While enterprises like iMerit, HITL etc. provide a short-term solution to the skills crisis, the road to employability of the low-skilled has its own challenges. Lack of off-site resources is the first obstacle the companies had to combat as Covid-19 pushed people to stay at home. Talking about the preparation against Covid-19 to keep the company up and running, Basu said: “The biggest shift involved changing our delivery process from 100% on premise to 100% work from home. This change involved iMerit working very closely with our partner-clients around the prioritisation of jobs and issues related to data security. Now, that it is in place, the company is in a better position to deal with any obstacles that may come its way.”
Here, the Bulgarian model had to make smaller adjustments as most workers worked from home already: “We were among the lucky companies which were not affected by the Covid-19 crisis. In fact, it proved the resilience of our model even more, since our workers were already working remotely. All of our platforms and tools were already enabled for remote work which has been at the core of our model since early 2019,” Gumnishka shared.
Most people working for labeling jobs remotely usually view it as an additional source of money, rather than their primary employment, unless there are regular projects coming their way.
However, like any other tech-centered solution, this too comes with its own negatives. At an individual and organisational level, lack of regularity in work and pay is a major barrier for those seeking make a living on data labeling. The pay is irregular with people being paid on a project-to-project basis. At an international level, there are sharp divides in basic digital literacy, access to technologies and related infrastructure, between the developed and developing world. According to the International Telecommunication Union, the percentage of internet users is much higher in developed countries than in developing countries where four out of five persons are still not able to avail of the benefits of being online. In the Asia Pacific region Japan and South Korea account for 70% of broadband users, while accounting for around 4% of the region’s population. At the same time, living in a developed nation does not guarantee equal access to internet either: broadband access in the US costs USD 68 per month and with few competitors in the market, people are not left with much choice. Moreover, most people working for labeling jobs remotely usually view it as an additional source of money, rather than their primary employment, unless there are regular projects coming their way. Therefore, the opportunity though promising in the short term is essentially limited in its long term impact and therefore its inclusivity.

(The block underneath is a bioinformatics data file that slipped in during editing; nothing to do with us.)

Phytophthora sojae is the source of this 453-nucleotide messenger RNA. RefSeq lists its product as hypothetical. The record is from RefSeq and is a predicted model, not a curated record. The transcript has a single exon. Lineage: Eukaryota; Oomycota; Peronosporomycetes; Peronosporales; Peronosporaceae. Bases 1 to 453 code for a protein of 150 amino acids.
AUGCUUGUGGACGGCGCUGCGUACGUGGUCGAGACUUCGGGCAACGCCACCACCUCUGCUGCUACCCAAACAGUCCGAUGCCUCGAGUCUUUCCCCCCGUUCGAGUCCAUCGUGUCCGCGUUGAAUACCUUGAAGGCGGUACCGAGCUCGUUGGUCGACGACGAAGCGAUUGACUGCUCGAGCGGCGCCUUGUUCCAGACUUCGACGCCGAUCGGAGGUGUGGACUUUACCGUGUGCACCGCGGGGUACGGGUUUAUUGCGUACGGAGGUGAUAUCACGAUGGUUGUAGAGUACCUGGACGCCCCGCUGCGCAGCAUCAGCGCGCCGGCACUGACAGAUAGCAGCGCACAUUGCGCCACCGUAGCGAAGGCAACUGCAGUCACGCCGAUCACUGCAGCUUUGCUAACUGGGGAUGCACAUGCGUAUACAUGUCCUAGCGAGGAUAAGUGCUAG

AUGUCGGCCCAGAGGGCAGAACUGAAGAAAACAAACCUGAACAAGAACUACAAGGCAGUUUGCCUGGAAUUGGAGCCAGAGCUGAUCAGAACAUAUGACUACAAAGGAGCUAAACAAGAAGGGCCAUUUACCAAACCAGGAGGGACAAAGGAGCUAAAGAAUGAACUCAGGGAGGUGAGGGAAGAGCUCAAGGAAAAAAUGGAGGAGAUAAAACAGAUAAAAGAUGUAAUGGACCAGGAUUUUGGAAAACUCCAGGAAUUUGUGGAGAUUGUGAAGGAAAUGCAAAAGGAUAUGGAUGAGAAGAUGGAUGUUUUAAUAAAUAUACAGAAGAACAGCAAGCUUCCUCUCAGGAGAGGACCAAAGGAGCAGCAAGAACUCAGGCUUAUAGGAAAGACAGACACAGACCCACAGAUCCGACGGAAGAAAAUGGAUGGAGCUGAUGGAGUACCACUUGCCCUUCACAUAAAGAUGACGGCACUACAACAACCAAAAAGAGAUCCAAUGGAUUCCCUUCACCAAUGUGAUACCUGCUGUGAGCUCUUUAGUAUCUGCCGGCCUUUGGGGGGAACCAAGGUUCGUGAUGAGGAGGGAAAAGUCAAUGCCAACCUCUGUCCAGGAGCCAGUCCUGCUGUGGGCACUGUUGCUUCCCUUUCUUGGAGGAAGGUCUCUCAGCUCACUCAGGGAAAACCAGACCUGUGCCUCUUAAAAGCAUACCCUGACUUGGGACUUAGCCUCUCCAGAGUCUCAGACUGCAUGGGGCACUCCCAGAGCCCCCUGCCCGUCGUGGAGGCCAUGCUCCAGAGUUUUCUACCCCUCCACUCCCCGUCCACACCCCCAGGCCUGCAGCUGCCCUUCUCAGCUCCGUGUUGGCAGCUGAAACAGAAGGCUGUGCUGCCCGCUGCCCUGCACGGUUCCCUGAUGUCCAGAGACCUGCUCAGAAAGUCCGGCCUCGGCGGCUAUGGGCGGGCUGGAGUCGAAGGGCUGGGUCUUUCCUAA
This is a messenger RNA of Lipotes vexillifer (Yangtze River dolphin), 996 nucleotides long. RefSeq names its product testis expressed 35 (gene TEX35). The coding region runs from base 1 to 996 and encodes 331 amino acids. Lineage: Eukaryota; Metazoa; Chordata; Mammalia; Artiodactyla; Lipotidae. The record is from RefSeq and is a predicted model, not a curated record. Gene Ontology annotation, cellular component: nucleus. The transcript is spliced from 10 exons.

Developing economies with large informal sectors can take advantage of the ‘impact sourcing’ model to create a digital economy where the low skilled are essential.
“As we are thinking about what people refer to as ‘the new normal,’ we must shape it in a way which is inclusive for lower-skilled workers and gives them access to the resources that enables their resilience in difficult times and gives them access better opportunities in the future.” Decrease in employees in one sector can cause demand for employees in another: this is the opportunity AI will create. If leveraged the right way, the growing prospects of the AI industry can empower the under-skilled. Covid-19 is changing the world: we must ensure that this change is for the better.
<1> Iva Gumnishka, interview by Namrata Yadav, 15 June 2020.
<2> Radha Basu, interview by Namrata Yadav, 8 June 2020.
The views expressed above belong to the author(s). ORF research and analyses now available on Telegram! Click here to access our curated content — blogs, longforms and interviews.